The Australian Information Commissioner has lodged proceedings against Facebook in the Federal Court, alleging the social media platform has committed serious and/or repeated interferences with privacy in contravention of Australian privacy law.
The Commissioner alleges that the personal information of Australian Facebook users was disclosed to the This is Your Digital Life app for a purpose other than the purpose for which the information was collected, in breach of the Privacy Act 1988.
The information was exposed to the risk of being disclosed to Cambridge Analytica and used for political profiling purposes, and to other third parties.
“All entities operating in Australia must be transparent and accountable in the way they handle personal information, in accordance with their obligations under Australian privacy law,” Australian Information Commissioner and Privacy Commissioner Angelene Falk said.
“We consider the design of the Facebook platform meant that users were unable to exercise reasonable choice and control about how their personal information was disclosed.
“Facebook’s default settings facilitated the disclosure of personal information, including sensitive information, at the expense of privacy.
“We claim these actions left the personal data of around 311,127 Australian Facebook users exposed to be sold and used for purposes including political profiling, well outside users’ expectations.”
The statement of claim lodged in the Federal Court today alleges that, from March 2014 to May 2015, Facebook disclosed the personal information of Australian Facebook users to This Is Your Digital Life, in breach of Australian Privacy Principle 6. Most of those users did not install the app themselves, and their personal information was disclosed via their friends’ use of the app.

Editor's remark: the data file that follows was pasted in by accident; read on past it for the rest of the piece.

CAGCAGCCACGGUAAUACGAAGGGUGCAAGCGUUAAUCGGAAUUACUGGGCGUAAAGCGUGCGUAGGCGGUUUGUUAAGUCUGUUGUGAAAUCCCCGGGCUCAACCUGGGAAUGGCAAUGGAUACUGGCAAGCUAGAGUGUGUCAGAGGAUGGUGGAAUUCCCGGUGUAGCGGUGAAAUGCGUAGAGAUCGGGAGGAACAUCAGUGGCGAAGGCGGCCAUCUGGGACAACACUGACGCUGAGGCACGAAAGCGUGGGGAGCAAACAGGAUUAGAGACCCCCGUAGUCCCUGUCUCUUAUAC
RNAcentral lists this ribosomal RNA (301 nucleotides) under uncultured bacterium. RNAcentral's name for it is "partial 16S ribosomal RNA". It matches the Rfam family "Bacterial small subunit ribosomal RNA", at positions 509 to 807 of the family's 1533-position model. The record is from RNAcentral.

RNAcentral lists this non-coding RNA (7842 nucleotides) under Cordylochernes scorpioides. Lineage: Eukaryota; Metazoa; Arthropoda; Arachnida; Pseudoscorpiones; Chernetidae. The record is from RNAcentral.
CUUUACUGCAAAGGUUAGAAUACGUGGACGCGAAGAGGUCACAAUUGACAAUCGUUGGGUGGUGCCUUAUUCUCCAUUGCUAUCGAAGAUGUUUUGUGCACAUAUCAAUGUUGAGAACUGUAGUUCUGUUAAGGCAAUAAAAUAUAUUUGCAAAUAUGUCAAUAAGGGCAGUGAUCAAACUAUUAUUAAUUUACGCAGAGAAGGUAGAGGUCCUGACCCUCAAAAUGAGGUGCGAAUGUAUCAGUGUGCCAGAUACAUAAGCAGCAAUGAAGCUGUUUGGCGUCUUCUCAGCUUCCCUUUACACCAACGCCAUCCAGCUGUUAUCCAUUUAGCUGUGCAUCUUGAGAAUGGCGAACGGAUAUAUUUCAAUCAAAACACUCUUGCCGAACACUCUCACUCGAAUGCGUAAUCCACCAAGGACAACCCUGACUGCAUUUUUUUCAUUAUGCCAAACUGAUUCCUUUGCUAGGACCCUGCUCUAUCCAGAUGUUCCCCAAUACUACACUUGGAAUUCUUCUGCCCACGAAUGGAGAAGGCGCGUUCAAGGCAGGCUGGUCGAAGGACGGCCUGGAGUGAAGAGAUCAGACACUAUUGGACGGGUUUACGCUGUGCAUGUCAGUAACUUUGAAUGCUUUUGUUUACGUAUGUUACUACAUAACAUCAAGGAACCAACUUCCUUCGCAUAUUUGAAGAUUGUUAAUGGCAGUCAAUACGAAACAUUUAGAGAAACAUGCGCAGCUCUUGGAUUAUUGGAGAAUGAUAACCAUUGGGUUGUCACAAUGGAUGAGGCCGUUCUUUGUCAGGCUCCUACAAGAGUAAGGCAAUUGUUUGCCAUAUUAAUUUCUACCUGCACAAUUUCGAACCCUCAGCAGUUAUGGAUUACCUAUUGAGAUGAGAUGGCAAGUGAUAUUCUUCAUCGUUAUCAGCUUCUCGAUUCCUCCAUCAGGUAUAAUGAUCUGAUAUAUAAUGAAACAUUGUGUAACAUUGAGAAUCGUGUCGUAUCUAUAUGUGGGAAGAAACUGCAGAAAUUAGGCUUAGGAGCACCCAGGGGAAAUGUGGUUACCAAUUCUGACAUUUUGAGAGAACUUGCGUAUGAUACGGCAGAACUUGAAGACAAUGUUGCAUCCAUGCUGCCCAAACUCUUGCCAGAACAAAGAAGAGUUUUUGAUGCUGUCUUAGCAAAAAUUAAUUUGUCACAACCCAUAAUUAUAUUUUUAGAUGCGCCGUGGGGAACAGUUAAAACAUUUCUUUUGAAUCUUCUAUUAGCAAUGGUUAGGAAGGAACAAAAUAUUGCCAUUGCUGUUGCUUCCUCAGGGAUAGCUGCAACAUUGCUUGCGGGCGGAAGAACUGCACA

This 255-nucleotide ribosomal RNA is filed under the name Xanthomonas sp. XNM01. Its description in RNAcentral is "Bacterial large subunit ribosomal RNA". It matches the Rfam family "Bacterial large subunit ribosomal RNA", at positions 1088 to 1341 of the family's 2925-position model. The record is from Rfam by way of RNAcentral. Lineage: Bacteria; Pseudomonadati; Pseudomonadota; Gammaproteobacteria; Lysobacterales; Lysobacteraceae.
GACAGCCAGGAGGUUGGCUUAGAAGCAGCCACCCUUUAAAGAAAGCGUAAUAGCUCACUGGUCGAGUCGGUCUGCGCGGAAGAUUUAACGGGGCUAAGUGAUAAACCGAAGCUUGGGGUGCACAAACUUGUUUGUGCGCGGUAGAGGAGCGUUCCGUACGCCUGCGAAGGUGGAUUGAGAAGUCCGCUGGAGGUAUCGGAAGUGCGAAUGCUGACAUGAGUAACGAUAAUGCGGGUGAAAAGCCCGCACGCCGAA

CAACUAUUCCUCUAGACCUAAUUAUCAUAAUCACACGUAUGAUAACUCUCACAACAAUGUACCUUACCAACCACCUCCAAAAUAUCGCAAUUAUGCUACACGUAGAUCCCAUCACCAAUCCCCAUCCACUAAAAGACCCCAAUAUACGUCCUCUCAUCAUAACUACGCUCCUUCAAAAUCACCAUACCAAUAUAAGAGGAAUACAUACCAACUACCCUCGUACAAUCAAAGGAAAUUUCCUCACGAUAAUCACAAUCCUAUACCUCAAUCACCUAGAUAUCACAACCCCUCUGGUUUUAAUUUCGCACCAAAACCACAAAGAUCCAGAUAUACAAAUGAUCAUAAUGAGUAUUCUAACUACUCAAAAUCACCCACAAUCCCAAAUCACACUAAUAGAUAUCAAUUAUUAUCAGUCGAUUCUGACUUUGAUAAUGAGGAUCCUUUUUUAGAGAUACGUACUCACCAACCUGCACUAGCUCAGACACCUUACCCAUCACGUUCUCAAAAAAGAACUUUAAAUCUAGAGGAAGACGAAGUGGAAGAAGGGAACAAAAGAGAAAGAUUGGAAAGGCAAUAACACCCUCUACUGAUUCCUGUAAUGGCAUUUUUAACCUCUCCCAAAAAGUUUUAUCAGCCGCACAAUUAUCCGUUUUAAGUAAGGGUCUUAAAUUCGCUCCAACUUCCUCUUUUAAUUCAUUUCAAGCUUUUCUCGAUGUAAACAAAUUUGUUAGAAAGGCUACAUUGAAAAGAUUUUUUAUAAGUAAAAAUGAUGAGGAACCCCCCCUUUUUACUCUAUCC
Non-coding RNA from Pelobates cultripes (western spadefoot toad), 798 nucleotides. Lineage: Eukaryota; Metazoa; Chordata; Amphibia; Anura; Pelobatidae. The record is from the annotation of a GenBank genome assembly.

The statement of claim also alleges that Facebook did not take reasonable steps during this period to protect its users’ personal information from unauthorised disclosure, in breach of Australian Privacy Principle 11.
Commissioner Falk considers that these were systemic failures to comply with Australian privacy laws by one of the world’s largest technology companies.
The documents filed by the Office of the Australian Information Commissioner (OAIC) in the Federal Court are:
The OAIC is an independent statutory agency established to promote and uphold privacy and information access rights. It has a range of regulatory responsibilities and powers under the Privacy Act 1988, Freedom of Information Act 1982 and Australian Information Commissioner Act 2010.
The Privacy Act includes 13 legally binding Australian Privacy Principles (APPs) which apply to agencies and organisations covered by the Privacy Act (APP entities).
APP 6 provides that ‘if an APP entity holds personal information about an individual that was collected for a particular purpose, the entity must not use or disclose the information for another purpose (the secondary purpose), unless the individual has consented to the use or disclosure’ (or another exception applies).
APP 11 provides that ‘if an APP entity holds personal information, the entity must take such steps as are reasonable in the circumstances, to protect the information from misuse, interference and loss, and from unauthorised access, modification or disclosure.’
The Commissioner may apply to the Federal Court for a civil penalty order alleging that an APP entity has engaged in serious and/or repeated interferences with privacy in contravention of s 13G of the Privacy Act.
The Federal Court can impose a civil penalty of up to $1,700,000 for each serious and/or repeated interference with privacy (as per the penalty rate applicable in 2014–15).
Media contact: Andrew Stokes 0407 663 968 email@example.com
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